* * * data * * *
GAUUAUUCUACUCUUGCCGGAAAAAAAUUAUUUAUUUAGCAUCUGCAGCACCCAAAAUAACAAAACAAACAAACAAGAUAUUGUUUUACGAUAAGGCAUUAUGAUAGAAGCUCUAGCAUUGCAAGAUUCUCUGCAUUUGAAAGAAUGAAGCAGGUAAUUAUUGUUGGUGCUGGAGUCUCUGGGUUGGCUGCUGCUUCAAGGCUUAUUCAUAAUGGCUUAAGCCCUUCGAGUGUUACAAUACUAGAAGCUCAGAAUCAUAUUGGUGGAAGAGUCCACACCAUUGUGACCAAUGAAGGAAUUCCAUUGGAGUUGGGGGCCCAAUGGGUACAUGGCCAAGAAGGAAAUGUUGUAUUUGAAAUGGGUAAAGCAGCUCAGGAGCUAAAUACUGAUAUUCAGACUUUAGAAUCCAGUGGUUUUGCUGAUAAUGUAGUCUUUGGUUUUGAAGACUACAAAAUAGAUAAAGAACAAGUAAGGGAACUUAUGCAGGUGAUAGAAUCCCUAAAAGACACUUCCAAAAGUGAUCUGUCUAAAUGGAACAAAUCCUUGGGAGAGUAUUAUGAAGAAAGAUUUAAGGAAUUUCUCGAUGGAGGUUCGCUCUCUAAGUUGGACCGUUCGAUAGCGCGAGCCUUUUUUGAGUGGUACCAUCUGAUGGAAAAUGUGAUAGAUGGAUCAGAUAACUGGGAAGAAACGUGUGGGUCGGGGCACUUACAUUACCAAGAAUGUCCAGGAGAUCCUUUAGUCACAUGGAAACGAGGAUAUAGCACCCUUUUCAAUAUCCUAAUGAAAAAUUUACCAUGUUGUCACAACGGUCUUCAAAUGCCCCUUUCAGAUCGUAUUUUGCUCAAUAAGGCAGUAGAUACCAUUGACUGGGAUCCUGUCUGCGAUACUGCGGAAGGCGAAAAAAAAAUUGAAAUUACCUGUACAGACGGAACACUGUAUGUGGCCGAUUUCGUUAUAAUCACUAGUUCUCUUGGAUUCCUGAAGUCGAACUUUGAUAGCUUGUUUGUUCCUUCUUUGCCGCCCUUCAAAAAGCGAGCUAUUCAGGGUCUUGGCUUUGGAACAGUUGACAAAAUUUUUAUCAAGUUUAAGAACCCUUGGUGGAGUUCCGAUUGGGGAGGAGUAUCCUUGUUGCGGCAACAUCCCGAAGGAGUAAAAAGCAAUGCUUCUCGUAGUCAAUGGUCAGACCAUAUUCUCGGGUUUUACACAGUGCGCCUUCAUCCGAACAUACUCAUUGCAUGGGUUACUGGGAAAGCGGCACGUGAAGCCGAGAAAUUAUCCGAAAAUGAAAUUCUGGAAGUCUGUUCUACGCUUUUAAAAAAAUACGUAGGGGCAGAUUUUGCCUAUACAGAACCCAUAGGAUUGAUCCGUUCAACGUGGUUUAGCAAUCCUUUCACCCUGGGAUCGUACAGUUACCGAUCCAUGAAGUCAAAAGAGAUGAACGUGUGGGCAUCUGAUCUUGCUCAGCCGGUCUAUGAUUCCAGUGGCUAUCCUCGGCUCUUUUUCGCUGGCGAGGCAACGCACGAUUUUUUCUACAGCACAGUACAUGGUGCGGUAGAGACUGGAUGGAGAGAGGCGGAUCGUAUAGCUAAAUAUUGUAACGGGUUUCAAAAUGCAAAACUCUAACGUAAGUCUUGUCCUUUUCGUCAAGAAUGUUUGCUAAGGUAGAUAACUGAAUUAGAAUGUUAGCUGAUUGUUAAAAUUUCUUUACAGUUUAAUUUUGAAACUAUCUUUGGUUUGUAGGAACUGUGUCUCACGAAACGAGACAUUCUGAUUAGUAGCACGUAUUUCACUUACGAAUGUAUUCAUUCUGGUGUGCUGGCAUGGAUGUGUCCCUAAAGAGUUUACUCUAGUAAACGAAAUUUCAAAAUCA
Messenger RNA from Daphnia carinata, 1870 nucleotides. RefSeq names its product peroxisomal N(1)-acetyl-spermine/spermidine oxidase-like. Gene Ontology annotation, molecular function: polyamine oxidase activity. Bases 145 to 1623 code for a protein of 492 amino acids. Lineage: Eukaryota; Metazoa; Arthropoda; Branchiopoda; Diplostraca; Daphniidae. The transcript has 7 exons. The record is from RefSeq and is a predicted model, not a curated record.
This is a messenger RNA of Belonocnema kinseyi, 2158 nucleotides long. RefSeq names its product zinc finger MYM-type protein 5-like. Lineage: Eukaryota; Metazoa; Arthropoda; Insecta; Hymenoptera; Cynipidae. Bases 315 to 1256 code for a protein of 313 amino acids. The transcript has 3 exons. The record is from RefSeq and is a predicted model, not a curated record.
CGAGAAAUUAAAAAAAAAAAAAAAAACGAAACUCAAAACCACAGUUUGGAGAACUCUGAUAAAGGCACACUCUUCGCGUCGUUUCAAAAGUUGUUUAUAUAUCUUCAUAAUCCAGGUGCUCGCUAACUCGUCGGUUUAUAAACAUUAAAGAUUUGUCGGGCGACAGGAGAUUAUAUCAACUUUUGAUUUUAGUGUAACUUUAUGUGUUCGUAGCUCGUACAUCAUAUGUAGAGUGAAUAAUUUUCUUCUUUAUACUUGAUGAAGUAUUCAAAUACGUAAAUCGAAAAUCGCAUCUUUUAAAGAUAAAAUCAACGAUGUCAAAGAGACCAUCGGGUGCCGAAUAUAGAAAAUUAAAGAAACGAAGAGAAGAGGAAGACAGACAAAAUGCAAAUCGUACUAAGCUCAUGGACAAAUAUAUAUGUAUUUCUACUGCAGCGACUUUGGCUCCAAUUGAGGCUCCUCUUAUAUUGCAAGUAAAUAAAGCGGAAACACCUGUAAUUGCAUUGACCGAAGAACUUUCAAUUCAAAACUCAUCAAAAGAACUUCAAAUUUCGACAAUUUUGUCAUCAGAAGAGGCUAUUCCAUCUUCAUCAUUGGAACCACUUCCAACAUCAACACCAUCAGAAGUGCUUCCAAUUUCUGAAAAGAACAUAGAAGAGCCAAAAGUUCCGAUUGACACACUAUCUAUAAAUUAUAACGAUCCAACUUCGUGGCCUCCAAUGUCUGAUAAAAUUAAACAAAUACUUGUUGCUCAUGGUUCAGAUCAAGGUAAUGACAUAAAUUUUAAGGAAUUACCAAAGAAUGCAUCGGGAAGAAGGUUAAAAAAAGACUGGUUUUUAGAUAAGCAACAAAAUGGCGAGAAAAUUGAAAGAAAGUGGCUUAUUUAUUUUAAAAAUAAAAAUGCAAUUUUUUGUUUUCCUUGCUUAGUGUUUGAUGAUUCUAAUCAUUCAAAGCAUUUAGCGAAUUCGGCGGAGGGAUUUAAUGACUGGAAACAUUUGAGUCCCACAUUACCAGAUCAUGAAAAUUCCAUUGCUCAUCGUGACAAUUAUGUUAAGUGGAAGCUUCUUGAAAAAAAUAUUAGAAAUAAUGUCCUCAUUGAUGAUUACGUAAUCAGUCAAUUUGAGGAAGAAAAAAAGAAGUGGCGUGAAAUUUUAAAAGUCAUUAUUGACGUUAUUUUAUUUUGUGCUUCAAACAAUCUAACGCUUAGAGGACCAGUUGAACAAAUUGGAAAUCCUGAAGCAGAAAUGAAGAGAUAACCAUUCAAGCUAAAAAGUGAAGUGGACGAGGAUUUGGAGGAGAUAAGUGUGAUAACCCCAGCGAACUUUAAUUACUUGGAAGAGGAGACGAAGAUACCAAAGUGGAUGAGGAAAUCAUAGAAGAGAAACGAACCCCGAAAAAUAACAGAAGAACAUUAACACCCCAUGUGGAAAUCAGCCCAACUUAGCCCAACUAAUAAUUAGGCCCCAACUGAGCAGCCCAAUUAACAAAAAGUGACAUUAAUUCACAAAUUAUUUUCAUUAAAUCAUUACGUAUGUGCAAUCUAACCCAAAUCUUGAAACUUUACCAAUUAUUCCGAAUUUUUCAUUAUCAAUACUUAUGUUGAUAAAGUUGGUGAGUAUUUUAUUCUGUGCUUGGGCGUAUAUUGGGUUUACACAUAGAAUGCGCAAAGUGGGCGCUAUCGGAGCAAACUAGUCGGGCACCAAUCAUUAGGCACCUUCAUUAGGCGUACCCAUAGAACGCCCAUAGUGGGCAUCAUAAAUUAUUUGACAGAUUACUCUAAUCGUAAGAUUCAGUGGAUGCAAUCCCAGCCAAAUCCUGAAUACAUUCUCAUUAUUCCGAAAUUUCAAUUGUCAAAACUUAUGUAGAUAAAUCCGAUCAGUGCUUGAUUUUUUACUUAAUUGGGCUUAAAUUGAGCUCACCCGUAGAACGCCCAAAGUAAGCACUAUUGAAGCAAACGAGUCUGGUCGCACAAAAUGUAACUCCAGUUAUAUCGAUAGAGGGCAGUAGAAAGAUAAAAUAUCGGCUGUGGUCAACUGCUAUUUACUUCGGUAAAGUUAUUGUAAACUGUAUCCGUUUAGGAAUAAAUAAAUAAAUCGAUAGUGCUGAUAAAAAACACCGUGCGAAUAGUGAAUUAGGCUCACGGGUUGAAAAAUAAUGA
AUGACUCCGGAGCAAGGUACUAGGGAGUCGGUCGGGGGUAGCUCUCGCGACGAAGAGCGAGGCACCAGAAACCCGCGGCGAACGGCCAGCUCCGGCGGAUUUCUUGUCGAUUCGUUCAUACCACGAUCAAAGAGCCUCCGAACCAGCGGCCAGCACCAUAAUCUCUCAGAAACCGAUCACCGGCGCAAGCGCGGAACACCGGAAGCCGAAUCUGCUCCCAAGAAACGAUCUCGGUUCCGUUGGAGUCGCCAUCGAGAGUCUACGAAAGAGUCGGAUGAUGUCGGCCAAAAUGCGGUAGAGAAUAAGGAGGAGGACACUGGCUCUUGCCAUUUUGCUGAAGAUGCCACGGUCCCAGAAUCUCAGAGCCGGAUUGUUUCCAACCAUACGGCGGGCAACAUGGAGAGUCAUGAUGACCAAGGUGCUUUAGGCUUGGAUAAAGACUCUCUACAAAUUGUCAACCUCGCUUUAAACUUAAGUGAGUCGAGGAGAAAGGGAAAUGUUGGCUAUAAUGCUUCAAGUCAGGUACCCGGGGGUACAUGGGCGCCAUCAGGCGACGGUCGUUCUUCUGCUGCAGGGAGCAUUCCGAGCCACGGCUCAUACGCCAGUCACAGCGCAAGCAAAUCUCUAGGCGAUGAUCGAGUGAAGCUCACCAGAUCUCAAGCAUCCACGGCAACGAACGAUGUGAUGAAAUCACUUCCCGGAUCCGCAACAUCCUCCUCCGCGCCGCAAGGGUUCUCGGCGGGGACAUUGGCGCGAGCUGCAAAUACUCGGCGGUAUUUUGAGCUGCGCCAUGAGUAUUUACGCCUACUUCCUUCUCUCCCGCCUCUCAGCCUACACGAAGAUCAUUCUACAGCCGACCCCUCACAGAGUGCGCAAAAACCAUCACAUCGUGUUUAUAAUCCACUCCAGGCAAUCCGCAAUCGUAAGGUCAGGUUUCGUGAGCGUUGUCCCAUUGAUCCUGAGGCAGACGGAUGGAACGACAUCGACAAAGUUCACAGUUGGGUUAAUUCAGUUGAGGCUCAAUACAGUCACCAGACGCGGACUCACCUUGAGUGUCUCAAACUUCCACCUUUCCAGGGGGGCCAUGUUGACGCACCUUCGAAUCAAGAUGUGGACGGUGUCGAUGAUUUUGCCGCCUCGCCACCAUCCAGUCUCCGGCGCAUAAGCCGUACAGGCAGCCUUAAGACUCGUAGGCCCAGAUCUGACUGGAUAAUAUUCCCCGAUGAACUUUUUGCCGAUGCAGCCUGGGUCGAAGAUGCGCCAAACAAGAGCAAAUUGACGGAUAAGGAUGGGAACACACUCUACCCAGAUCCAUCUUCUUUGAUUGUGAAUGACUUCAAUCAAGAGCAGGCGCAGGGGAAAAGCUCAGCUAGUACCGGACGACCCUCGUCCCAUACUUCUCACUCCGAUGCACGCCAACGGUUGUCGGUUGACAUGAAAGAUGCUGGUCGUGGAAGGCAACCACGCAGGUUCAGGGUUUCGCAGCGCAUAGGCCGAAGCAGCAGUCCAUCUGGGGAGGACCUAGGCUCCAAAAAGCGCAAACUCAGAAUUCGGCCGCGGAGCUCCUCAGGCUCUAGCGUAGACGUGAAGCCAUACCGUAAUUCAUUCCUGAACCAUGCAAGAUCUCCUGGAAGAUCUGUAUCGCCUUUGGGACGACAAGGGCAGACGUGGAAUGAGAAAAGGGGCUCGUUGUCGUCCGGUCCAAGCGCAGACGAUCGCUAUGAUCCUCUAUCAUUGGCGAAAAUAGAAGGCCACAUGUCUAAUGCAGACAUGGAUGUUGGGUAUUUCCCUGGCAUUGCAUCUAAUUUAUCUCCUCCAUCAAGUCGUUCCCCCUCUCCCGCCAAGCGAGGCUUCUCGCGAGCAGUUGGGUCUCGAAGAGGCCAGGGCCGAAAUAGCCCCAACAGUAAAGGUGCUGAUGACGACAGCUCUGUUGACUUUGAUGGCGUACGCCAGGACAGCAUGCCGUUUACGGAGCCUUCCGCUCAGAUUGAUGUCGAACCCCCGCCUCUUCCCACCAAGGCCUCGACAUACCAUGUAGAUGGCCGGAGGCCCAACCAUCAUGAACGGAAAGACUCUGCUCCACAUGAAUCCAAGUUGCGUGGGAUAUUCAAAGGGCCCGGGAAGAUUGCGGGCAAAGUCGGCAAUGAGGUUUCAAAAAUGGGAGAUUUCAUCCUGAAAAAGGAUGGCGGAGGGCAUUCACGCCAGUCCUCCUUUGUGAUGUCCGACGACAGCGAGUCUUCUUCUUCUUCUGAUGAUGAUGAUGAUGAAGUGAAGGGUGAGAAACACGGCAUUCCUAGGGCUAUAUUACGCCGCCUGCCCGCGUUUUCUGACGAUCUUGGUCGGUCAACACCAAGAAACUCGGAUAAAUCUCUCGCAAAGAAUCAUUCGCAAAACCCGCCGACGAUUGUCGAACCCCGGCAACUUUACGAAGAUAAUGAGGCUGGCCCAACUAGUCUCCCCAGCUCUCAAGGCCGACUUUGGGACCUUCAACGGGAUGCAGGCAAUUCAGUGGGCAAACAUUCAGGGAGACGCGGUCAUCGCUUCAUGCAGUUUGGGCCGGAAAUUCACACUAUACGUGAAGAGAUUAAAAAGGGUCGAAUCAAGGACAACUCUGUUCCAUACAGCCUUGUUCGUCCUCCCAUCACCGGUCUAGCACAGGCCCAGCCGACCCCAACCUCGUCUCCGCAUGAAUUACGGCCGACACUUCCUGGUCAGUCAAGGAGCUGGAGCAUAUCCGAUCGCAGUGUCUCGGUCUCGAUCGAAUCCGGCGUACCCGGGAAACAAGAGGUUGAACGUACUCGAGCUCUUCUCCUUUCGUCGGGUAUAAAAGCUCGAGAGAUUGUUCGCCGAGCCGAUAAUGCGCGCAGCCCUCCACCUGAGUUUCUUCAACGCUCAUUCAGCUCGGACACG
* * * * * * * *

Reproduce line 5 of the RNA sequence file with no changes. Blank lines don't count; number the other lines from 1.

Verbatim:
AUGACUCCGGAGCAAGGUACUAGGGAGUCGGUCGGGGGUAGCUCUCGCGACGAAGAGCGAGGCACCAGAAACCCGCGGCGAACGGCCAGCUCCGGCGGAUUUCUUGUCGAUUCGUUCAUACCACGAUCAAAGAGCCUCCGAACCAGCGGCCAGCACCAUAAUCUCUCAGAAACCGAUCACCGGCGCAAGCGCGGAACACCGGAAGCCGAAUCUGCUCCCAAGAAACGAUCUCGGUUCCGUUGGAGUCGCCAUCGAGAGUCUACGAAAGAGUCGGAUGAUGUCGGCCAAAAUGCGGUAGAGAAUAAGGAGGAGGACACUGGCUCUUGCCAUUUUGCUGAAGAUGCCACGGUCCCAGAAUCUCAGAGCCGGAUUGUUUCCAACCAUACGGCGGGCAACAUGGAGAGUCAUGAUGACCAAGGUGCUUUAGGCUUGGAUAAAGACUCUCUACAAAUUGUCAACCUCGCUUUAAACUUAAGUGAGUCGAGGAGAAAGGGAAAUGUUGGCUAUAAUGCUUCAAGUCAGGUACCCGGGGGUACAUGGGCGCCAUCAGGCGACGGUCGUUCUUCUGCUGCAGGGAGCAUUCCGAGCCACGGCUCAUACGCCAGUCACAGCGCAAGCAAAUCUCUAGGCGAUGAUCGAGUGAAGCUCACCAGAUCUCAAGCAUCCACGGCAACGAACGAUGUGAUGAAAUCACUUCCCGGAUCCGCAACAUCCUCCUCCGCGCCGCAAGGGUUCUCGGCGGGGACAUUGGCGCGAGCUGCAAAUACUCGGCGGUAUUUUGAGCUGCGCCAUGAGUAUUUACGCCUACUUCCUUCUCUCCCGCCUCUCAGCCUACACGAAGAUCAUUCUACAGCCGACCCCUCACAGAGUGCGCAAAAACCAUCACAUCGUGUUUAUAAUCCACUCCAGGCAAUCCGCAAUCGUAAGGUCAGGUUUCGUGAGCGUUGUCCCAUUGAUCCUGAGGCAGACGGAUGGAACGACAUCGACAAAGUUCACAGUUGGGUUAAUUCAGUUGAGGCUCAAUACAGUCACCAGACGCGGACUCACCUUGAGUGUCUCAAACUUCCACCUUUCCAGGGGGGCCAUGUUGACGCACCUUCGAAUCAAGAUGUGGACGGUGUCGAUGAUUUUGCCGCCUCGCCACCAUCCAGUCUCCGGCGCAUAAGCCGUACAGGCAGCCUUAAGACUCGUAGGCCCAGAUCUGACUGGAUAAUAUUCCCCGAUGAACUUUUUGCCGAUGCAGCCUGGGUCGAAGAUGCGCCAAACAAGAGCAAAUUGACGGAUAAGGAUGGGAACACACUCUACCCAGAUCCAUCUUCUUUGAUUGUGAAUGACUUCAAUCAAGAGCAGGCGCAGGGGAAAAGCUCAGCUAGUACCGGACGACCCUCGUCCCAUACUUCUCACUCCGAUGCACGCCAACGGUUGUCGGUUGACAUGAAAGAUGCUGGUCGUGGAAGGCAACCACGCAGGUUCAGGGUUUCGCAGCGCAUAGGCCGAAGCAGCAGUCCAUCUGGGGAGGACCUAGGCUCCAAAAAGCGCAAACUCAGAAUUCGGCCGCGGAGCUCCUCAGGCUCUAGCGUAGACGUGAAGCCAUACCGUAAUUCAUUCCUGAACCAUGCAAGAUCUCCUGGAAGAUCUGUAUCGCCUUUGGGACGACAAGGGCAGACGUGGAAUGAGAAAAGGGGCUCGUUGUCGUCCGGUCCAAGCGCAGACGAUCGCUAUGAUCCUCUAUCAUUGGCGAAAAUAGAAGGCCACAUGUCUAAUGCAGACAUGGAUGUUGGGUAUUUCCCUGGCAUUGCAUCUAAUUUAUCUCCUCCAUCAAGUCGUUCCCCCUCUCCCGCCAAGCGAGGCUUCUCGCGAGCAGUUGGGUCUCGAAGAGGCCAGGGCCGAAAUAGCCCCAACAGUAAAGGUGCUGAUGACGACAGCUCUGUUGACUUUGAUGGCGUACGCCAGGACAGCAUGCCGUUUACGGAGCCUUCCGCUCAGAUUGAUGUCGAACCCCCGCCUCUUCCCACCAAGGCCUCGACAUACCAUGUAGAUGGCCGGAGGCCCAACCAUCAUGAACGGAAAGACUCUGCUCCACAUGAAUCCAAGUUGCGUGGGAUAUUCAAAGGGCCCGGGAAGAUUGCGGGCAAAGUCGGCAAUGAGGUUUCAAAAAUGGGAGAUUUCAUCCUGAAAAAGGAUGGCGGAGGGCAUUCACGCCAGUCCUCCUUUGUGAUGUCCGACGACAGCGAGUCUUCUUCUUCUUCUGAUGAUGAUGAUGAUGAAGUGAAGGGUGAGAAACACGGCAUUCCUAGGGCUAUAUUACGCCGCCUGCCCGCGUUUUCUGACGAUCUUGGUCGGUCAACACCAAGAAACUCGGAUAAAUCUCUCGCAAAGAAUCAUUCGCAAAACCCGCCGACGAUUGUCGAACCCCGGCAACUUUACGAAGAUAAUGAGGCUGGCCCAACUAGUCUCCCCAGCUCUCAAGGCCGACUUUGGGACCUUCAACGGGAUGCAGGCAAUUCAGUGGGCAAACAUUCAGGGAGACGCGGUCAUCGCUUCAUGCAGUUUGGGCCGGAAAUUCACACUAUACGUGAAGAGAUUAAAAAGGGUCGAAUCAAGGACAACUCUGUUCCAUACAGCCUUGUUCGUCCUCCCAUCACCGGUCUAGCACAGGCCCAGCCGACCCCAACCUCGUCUCCGCAUGAAUUACGGCCGACACUUCCUGGUCAGUCAAGGAGCUGGAGCAUAUCCGAUCGCAGUGUCUCGGUCUCGAUCGAAUCCGGCGUACCCGGGAAACAAGAGGUUGAACGUACUCGAGCUCUUCUCCUUUCGUCGGGUAUAAAAGCUCGAGAGAUUGUUCGCCGAGCCGAUAAUGCGCGCAGCCCUCCACCUGAGUUUCUUCAACGCUCAUUCAGCUCGGACACG